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How Green is My Valley…

C 12th March 2018


Richard Bowen of Swansea Valley Holiday Cottages takes a colourful look at the countryside that surrounds Swansea Bay…

Apparently, looking at the colour green for as little as two seconds can boost your creativity. Which is why anyone who feels the need to access the deeper parts of their mind should spend some time exploring the lush hinterland of Swansea Bay, an ice carved landscape of striking escarpments and natural wonders. And enough shades of green to take your imagination into a new dimension.

There was a time in these parts, that exactly the same word was used for colours ranging from green to blue to various shades of grey.  Indeed, in the dark ages, when the local tribes were presumably playing  a game of thrones, the Old Welsh word ‘glas’ was used as a blanket term for colours ranging from the myriad shades of green present in the lush countryside to silvery hues of your sword to the many shades of blue that colour our coastal waters.




These days, mercifully, we distinguish blue and green from each other.  If we didn’t, Dylan Thomas would never have been able to tell us that he was “as happy was the grass was green” in his famed evocation of childhood visits to his aunt’s farm, Fern Hill.  The poet who “cared for the colours the words cast on my eyes” was much inspired by the countryside and coastline that surrounded his hometown of Swansea.

An individual who attributed a great awakening to Swansea’s hinterland was the 19th century naturalist Alfred Russel Wallace.  If ever evidence was needed to confirm the effect of the colour green on one’s creative thought process then Alfred Russell Wallace must surely provide it.  His frequent lonely walks in the area fuelled a fascination with nature that culminated in the small matter of him discovering evolution by natural selection which he co-published with Charles Darwin in 1858.

Wallace was introduced to the “variety, beauty and mystery of nature”, especially butterflies, flowers and ferns during the years he spent lodging at a farm between Neath and Pontardawe.  The naturalist, who travelled the world collecting specimens for the British Museum, summed up the unique attractions of the Vale of Neath when he wrote in his autobiography “I cannot call to mind a single valley that in the same extent of country comprises so much beautiful and picturesque scenery and so many special features.”

Neighbouring valleys also boast special features –colossal cave systems lie beneath a landscape draped with some of Europe’s largest urban forests, one of which has gained the nickname “Little Switzerland” and boasts some of the world’s top mountain biking trails including a green-graded trail for rookies.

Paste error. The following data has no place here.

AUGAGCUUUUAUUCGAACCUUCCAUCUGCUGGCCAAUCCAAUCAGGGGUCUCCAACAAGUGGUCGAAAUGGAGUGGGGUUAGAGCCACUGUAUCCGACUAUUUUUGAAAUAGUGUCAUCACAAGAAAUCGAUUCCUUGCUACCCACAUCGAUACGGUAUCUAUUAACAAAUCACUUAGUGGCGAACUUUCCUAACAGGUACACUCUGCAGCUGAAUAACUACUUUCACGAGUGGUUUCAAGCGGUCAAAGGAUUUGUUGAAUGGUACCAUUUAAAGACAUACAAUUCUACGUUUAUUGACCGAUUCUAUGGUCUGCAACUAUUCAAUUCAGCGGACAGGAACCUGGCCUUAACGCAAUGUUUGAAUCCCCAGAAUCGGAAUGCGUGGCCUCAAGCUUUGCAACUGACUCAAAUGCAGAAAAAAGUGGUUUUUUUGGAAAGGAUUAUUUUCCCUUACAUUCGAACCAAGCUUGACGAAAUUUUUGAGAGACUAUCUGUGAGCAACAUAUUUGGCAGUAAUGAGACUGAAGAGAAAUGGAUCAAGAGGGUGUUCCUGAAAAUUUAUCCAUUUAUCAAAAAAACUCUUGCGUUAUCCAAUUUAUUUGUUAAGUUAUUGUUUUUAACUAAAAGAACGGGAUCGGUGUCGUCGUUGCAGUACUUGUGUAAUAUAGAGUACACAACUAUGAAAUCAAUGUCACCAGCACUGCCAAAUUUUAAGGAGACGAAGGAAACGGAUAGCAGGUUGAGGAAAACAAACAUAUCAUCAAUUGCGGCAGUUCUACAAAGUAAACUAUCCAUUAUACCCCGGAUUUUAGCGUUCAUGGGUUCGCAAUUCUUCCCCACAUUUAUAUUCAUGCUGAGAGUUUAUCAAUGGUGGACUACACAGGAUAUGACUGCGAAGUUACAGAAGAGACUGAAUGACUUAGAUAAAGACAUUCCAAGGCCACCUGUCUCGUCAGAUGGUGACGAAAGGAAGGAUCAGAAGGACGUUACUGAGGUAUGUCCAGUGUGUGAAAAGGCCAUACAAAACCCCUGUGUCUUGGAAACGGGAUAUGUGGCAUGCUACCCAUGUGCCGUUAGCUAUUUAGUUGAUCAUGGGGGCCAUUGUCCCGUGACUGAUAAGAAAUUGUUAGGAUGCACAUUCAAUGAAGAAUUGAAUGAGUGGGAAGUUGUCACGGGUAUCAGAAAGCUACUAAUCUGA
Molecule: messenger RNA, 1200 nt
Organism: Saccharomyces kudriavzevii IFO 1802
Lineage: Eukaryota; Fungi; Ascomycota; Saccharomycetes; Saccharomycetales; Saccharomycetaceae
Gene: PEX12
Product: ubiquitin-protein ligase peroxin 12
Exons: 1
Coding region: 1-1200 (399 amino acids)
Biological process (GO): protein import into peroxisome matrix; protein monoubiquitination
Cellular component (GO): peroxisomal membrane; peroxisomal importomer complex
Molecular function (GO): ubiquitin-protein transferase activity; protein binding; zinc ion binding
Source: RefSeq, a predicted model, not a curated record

Nowhere else in Britain is there such a richness and diversity of cascades, gorges and caves than exists in the countryside inland of Swansea Bay.  In ‘Waterfall Country’ one can experience the exhilaration of walking directly behind a thunderous waterfall to peer at the lush forest through the cascading water – shades of green through shades of blue.


Among the numerous artists to have stood on the other side of the water is the great landscape painter J.M.W. Turner who was drawn to the area by the spectacular scenery.  In 1796 he visited and painted Aberdulais Falls which is now owned by the National Trust.  Landscape painting is notoriously difficult, particularly when one considers the variety and intensity of greens that occur in nature is endless.  Perhaps Picasso was thinking of Swansea Bay when he said: “They’ll sell you thousands of greens. Veronese green and emerald green and cadmium green and any sort of green you like; but that particular green, never.”


A great way to take in the varying shades of green for yourself is by staying at Swansea Valley Holiday Cottages, whose circular farm walk for guests boasts panoramic views of the region.  What you see and what you hear will depend on the season but the panoramic views will always be there – the Swansea Valley, Swansea Bay, the Bristol Channel and England beyond, Brecon Beacons National Park and on a clear day, Narnia.

Guests who chose to visit in April find it to be a truly enchanting time of the year – the greening of the countryside is one of the joys of living in a temperate part of the world where the seasons are so distinct. The birds are busy building their nests – listen for the first cuckoo. The bluebells begin to carpet the woodland floor, violets appear in the hedgerows, the scent of crab apple blossom is in the air – the Spring is in full swing.

It goes without saying, the holiday cottages are green. Two new five star cottages – traditional meets modern contemporary – are heated by biomass, insulated by sheep’s wool and made from good old sandstone, albeit blue sandstone!  Your friends will be pink with envy.